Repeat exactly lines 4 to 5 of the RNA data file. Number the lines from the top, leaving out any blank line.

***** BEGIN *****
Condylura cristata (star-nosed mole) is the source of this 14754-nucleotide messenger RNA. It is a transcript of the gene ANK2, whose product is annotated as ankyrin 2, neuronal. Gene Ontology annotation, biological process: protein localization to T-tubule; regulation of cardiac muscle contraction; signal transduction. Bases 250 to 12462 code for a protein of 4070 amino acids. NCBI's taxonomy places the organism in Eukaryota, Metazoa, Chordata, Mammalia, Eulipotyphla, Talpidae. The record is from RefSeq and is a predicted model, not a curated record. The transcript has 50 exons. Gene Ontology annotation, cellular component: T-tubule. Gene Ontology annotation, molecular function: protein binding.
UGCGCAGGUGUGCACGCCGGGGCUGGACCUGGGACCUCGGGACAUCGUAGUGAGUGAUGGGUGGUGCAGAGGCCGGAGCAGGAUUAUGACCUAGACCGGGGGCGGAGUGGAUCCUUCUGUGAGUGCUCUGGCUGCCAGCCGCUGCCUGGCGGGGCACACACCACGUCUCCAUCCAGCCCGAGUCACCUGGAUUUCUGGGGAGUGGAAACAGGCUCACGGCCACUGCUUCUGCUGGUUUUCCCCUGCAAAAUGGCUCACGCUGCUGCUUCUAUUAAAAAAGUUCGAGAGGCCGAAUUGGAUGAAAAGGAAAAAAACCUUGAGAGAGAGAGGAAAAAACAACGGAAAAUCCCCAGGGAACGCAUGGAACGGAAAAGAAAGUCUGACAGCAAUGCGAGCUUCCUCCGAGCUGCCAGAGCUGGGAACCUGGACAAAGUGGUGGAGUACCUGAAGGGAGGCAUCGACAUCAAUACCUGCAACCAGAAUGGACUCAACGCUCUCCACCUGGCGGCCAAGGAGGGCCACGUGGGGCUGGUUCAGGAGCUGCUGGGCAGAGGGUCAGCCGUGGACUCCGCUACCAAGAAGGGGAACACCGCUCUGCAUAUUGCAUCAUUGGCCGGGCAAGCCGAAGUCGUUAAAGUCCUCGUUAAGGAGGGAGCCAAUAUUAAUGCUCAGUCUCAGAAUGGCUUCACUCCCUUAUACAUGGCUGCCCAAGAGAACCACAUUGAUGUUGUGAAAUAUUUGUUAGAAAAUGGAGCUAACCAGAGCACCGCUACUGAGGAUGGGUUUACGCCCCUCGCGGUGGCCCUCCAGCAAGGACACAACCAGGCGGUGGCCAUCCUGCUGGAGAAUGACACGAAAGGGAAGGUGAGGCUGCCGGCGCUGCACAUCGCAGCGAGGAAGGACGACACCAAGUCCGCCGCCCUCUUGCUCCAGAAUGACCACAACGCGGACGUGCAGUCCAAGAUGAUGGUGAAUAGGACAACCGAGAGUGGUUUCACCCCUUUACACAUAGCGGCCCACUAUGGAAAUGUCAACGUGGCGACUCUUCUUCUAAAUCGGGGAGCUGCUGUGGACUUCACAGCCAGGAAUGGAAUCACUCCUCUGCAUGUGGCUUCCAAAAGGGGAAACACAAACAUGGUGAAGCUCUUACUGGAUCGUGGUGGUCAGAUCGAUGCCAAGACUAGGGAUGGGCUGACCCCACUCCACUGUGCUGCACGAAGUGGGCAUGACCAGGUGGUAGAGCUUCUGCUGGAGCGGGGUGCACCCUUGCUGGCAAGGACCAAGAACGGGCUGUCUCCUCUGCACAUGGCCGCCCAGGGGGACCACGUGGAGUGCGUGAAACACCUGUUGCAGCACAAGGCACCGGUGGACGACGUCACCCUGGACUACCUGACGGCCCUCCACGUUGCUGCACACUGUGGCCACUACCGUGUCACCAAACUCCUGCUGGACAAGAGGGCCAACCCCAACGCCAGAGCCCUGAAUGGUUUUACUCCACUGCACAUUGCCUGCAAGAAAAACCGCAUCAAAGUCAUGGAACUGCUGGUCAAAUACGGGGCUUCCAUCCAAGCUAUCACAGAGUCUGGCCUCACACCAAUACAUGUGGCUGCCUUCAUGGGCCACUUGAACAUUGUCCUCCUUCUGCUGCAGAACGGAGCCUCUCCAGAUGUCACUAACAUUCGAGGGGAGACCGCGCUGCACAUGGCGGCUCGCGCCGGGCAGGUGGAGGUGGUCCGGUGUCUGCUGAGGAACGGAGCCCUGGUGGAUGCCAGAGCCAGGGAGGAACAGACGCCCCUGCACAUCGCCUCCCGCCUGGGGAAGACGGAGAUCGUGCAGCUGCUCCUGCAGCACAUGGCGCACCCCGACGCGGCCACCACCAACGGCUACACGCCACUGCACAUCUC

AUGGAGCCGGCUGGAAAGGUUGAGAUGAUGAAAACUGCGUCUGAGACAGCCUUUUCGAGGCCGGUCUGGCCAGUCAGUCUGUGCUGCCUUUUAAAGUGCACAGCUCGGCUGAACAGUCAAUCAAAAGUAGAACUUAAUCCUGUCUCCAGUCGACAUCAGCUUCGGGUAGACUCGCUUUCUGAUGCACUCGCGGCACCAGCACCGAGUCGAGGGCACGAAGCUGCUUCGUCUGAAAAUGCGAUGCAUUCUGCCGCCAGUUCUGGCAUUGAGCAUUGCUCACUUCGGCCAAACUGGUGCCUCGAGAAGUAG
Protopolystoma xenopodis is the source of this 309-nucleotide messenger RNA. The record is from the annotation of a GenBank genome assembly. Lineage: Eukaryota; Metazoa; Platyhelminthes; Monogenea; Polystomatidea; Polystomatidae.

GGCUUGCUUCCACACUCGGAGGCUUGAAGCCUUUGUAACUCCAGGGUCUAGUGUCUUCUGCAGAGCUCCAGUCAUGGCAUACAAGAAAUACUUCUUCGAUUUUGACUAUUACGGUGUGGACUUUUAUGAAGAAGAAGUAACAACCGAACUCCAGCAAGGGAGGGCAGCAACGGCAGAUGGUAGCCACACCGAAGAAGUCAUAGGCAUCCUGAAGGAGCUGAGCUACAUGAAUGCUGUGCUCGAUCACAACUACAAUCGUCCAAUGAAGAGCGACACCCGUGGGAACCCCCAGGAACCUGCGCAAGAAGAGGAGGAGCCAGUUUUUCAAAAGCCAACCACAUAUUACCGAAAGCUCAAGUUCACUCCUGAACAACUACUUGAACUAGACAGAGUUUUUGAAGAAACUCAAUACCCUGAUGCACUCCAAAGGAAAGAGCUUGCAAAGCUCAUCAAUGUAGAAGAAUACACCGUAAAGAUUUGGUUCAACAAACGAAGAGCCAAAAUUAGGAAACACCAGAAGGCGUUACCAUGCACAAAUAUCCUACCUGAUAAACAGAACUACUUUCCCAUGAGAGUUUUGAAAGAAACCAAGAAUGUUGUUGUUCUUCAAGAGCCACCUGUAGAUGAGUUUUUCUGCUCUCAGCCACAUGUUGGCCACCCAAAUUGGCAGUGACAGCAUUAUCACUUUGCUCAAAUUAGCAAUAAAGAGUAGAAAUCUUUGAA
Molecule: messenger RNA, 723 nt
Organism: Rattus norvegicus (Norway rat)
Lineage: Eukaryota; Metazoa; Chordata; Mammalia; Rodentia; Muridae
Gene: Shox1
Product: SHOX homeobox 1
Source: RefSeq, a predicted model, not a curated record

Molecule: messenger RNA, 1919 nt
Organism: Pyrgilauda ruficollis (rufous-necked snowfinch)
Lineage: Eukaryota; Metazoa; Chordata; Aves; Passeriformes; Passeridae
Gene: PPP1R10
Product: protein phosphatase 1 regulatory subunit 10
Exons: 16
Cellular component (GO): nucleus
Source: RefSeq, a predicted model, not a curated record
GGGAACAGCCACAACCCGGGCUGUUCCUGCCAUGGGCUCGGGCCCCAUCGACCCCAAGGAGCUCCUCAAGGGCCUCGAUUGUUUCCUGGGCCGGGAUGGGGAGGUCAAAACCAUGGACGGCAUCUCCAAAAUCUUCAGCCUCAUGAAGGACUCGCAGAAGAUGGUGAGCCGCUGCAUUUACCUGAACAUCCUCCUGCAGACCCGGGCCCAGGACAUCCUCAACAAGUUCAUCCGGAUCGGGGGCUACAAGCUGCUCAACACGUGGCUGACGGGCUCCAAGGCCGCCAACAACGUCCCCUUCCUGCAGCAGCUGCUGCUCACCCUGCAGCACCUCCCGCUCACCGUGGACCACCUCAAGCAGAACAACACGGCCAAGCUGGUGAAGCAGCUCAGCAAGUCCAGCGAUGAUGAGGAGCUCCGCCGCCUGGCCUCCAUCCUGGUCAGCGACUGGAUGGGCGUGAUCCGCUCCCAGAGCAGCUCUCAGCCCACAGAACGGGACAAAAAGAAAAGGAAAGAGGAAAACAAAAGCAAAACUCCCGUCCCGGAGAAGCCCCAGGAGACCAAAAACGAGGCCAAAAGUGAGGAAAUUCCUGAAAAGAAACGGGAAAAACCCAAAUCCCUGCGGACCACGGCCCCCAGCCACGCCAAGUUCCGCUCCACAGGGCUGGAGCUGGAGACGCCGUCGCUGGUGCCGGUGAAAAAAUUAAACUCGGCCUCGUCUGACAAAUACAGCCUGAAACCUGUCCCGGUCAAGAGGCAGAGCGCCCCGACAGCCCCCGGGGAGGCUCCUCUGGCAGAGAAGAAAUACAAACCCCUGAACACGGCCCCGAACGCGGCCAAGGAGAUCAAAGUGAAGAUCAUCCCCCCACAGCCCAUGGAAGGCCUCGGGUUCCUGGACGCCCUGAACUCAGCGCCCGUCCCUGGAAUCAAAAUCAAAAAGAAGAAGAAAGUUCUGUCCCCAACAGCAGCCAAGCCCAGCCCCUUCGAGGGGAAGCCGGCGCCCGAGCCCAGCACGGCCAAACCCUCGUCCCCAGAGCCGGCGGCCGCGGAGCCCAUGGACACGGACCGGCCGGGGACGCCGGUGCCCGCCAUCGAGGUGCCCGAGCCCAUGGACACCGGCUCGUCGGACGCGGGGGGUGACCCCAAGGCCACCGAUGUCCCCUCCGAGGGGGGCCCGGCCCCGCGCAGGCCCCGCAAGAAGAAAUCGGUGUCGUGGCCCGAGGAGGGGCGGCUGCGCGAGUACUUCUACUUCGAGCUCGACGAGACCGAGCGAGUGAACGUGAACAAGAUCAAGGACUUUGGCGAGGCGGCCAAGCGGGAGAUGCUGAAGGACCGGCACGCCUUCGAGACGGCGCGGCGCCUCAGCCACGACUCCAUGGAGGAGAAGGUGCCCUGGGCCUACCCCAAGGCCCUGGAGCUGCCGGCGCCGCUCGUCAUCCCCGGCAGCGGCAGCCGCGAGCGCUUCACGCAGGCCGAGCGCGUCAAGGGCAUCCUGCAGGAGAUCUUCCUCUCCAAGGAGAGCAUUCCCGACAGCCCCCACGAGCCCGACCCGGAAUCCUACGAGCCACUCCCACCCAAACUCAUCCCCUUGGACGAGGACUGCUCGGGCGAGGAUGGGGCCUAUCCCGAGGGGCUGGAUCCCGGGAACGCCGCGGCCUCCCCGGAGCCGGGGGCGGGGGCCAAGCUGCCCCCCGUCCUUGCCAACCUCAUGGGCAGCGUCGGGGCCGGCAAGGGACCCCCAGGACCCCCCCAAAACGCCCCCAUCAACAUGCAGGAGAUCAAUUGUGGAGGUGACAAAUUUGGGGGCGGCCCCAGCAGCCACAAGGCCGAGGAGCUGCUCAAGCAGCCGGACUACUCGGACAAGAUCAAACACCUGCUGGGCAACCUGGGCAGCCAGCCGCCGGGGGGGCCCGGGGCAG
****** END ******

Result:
Protopolystoma xenopodis is the source of this 309-nucleotide messenger RNA. The record is from the annotation of a GenBank genome assembly. Lineage: Eukaryota; Metazoa; Platyhelminthes; Monogenea; Polystomatidea; Polystomatidae.

GGCUUGCUUCCACACUCGGAGGCUUGAAGCCUUUGUAACUCCAGGGUCUAGUGUCUUCUGCAGAGCUCCAGUCAUGGCAUACAAGAAAUACUUCUUCGAUUUUGACUAUUACGGUGUGGACUUUUAUGAAGAAGAAGUAACAACCGAACUCCAGCAAGGGAGGGCAGCAACGGCAGAUGGUAGCCACACCGAAGAAGUCAUAGGCAUCCUGAAGGAGCUGAGCUACAUGAAUGCUGUGCUCGAUCACAACUACAAUCGUCCAAUGAAGAGCGACACCCGUGGGAACCCCCAGGAACCUGCGCAAGAAGAGGAGGAGCCAGUUUUUCAAAAGCCAACCACAUAUUACCGAAAGCUCAAGUUCACUCCUGAACAACUACUUGAACUAGACAGAGUUUUUGAAGAAACUCAAUACCCUGAUGCACUCCAAAGGAAAGAGCUUGCAAAGCUCAUCAAUGUAGAAGAAUACACCGUAAAGAUUUGGUUCAACAAACGAAGAGCCAAAAUUAGGAAACACCAGAAGGCGUUACCAUGCACAAAUAUCCUACCUGAUAAACAGAACUACUUUCCCAUGAGAGUUUUGAAAGAAACCAAGAAUGUUGUUGUUCUUCAAGAGCCACCUGUAGAUGAGUUUUUCUGCUCUCAGCCACAUGUUGGCCACCCAAAUUGGCAGUGACAGCAUUAUCACUUUGCUCAAAUUAGCAAUAAAGAGUAGAAAUCUUUGAA